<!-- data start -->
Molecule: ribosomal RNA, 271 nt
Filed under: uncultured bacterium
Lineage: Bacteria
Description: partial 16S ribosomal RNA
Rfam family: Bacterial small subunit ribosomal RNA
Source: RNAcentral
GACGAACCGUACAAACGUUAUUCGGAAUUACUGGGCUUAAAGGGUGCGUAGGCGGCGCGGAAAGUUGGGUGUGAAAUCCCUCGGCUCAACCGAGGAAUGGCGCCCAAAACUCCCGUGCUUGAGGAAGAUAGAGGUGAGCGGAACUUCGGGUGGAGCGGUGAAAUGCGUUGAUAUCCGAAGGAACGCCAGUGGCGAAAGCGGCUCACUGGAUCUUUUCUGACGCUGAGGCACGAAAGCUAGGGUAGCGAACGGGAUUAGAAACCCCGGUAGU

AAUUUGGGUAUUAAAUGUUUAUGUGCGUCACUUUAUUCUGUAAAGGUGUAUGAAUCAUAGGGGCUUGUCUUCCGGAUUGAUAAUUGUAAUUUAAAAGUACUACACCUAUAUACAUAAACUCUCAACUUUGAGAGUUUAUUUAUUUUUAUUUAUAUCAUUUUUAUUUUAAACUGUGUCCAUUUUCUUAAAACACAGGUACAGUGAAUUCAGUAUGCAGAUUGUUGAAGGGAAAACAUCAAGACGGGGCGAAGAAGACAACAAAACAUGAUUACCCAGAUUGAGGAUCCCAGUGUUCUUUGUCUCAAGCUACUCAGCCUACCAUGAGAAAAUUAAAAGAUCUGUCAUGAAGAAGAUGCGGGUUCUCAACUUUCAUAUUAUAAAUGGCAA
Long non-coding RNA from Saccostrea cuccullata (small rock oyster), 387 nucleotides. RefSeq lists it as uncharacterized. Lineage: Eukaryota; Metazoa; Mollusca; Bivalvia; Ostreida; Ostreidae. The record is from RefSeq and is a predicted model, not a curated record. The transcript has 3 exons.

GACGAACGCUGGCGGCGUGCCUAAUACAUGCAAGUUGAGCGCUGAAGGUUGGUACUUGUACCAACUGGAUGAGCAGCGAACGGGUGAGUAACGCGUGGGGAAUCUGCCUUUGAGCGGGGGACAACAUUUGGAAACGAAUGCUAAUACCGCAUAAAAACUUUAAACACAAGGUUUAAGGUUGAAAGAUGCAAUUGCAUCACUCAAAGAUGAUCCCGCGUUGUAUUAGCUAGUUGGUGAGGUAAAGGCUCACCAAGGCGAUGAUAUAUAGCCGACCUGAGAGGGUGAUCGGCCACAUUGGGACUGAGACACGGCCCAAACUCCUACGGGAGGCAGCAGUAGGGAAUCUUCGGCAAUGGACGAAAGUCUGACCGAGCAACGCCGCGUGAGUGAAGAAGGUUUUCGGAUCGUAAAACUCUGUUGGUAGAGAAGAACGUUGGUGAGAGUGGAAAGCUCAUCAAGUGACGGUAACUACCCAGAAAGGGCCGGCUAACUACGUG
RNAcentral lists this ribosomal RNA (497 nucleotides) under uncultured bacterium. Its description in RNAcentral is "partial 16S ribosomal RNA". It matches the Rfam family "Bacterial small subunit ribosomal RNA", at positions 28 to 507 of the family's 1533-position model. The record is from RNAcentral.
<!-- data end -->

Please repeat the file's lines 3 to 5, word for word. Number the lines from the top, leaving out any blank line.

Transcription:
Lineage: Bacteria
Description: partial 16S ribosomal RNA
Rfam family: Bacterial small subunit ribosomal RNA